#New Warrior Kelly Cresap, a certified co-leader of 15 NWTA’s who has has staffed over 40 NWTA’s, along with holding many leadership roles in the ManKind Project Mid Atlantic Area has published a new book A Love-Hate Guide To “Breaking Bad” which has been very well received.
One reviewer commented “Most of the books I’ve seen about “Breaking Bad” have been by fans or are boringly academic, either patting the show on the back or trying to impress us with how much Heidegger someone has read. “A Love-Hate Guide” makes it feel as if they haven’t had much real skin in the game. We do have a national drug crisis, after all, but Cresap at least has a sense of humor about the show’s contradictions. He is willing to look at the good and the bad, which is what we all should be doing.”
Another reviewer writes “If Walter White’s center does not hold, Kelly Cresap’s does. His book *A Love-Hate Guide to Breaking Bad* dares to go big and be both funny and thoughtful.”
Cresap commented that “It sometimes felt as if it took the entire 16 years of my active engagement with MKP to give me the intestinal fortitude and emotional literacy to withstand the turns and undertows this project took me through. If you’ve seen ‘Breaking Bad,’ you may sympathize.” Further, he credited a number of men in MKP with giving him crucial support and advice as he wrote the book.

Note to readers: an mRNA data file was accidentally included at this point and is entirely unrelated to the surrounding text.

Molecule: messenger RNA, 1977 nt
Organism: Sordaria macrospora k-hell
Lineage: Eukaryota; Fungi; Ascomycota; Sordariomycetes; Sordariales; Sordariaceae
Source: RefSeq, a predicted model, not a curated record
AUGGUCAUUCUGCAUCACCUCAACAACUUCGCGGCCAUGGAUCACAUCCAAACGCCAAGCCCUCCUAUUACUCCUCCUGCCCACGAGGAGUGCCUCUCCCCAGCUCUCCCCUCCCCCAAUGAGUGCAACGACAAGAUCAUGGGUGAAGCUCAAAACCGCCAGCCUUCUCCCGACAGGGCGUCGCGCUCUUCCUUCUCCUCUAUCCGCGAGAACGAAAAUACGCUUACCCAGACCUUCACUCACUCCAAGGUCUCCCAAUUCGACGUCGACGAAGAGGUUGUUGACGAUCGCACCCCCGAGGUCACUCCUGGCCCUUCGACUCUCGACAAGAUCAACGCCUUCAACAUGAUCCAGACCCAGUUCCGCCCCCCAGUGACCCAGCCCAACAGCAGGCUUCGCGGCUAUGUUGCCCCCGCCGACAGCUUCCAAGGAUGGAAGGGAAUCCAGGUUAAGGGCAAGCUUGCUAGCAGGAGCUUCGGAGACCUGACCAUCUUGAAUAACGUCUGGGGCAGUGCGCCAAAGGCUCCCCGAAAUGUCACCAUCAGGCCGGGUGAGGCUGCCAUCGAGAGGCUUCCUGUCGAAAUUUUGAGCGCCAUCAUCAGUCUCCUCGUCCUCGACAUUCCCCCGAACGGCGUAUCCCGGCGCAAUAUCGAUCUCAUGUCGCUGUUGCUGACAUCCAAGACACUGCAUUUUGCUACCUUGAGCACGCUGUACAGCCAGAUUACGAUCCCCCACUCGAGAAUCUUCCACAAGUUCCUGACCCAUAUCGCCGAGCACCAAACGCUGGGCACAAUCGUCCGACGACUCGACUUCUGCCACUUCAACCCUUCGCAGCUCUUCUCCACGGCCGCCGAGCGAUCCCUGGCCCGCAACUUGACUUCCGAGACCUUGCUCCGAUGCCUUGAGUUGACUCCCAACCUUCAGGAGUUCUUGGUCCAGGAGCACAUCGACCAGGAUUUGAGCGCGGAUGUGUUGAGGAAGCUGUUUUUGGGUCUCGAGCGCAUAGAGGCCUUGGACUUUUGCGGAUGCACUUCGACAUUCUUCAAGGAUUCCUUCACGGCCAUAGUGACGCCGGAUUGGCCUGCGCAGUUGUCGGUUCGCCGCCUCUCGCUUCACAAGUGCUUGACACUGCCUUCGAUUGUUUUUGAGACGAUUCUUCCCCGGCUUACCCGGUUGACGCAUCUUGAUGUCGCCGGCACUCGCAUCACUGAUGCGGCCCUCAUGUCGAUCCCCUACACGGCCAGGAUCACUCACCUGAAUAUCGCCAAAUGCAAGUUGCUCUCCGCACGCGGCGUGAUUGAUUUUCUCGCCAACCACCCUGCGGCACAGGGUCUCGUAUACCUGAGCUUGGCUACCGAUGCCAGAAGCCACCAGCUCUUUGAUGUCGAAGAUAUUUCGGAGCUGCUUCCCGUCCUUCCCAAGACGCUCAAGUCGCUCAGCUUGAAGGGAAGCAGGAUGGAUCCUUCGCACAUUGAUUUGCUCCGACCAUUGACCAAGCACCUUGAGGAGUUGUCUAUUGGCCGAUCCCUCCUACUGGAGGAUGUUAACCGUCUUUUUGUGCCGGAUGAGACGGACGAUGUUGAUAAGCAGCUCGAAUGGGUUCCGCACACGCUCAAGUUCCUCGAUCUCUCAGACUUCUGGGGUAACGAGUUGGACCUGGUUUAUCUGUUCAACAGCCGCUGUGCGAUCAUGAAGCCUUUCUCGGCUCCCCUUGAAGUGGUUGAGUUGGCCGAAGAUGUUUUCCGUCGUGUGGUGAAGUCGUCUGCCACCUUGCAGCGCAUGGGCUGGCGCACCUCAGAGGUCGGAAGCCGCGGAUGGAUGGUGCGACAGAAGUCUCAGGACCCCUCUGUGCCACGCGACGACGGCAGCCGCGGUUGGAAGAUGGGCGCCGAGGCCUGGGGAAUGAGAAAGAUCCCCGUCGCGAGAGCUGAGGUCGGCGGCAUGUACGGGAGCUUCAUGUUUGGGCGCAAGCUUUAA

How does Cresap’s book overlap with the ManKind Project ? Near the end of the book Cresap makes a link between “Breaking Bad” and three out of four of the elements of male initiation:
“In tribal lore the rite of male initiation involves an adolescent going into the wild to test limits, measure endurance, and discover strength, to learn whether he has what it takes to become a man. This process is not only about the young initiate but the community to which he returns. The initiation consists of four phases: separation, descent, ordeal, and return.”
In Cresap’s view the TV series covers the first three of these, but not the fourth. He writes, “In the return phase, village elders ask these pivotal questions to determine the initiation’s value: What did you learn, and how will we all benefit?” Since that doesn’t happen in “Breaking Bad,” Cresap was inspired to ask these questions of viewers, and in effect to supply the missing return phase.
Cresap’s previous book Pop Trickster Fool: WARHOL PERFORMS NAIVETE was also well received.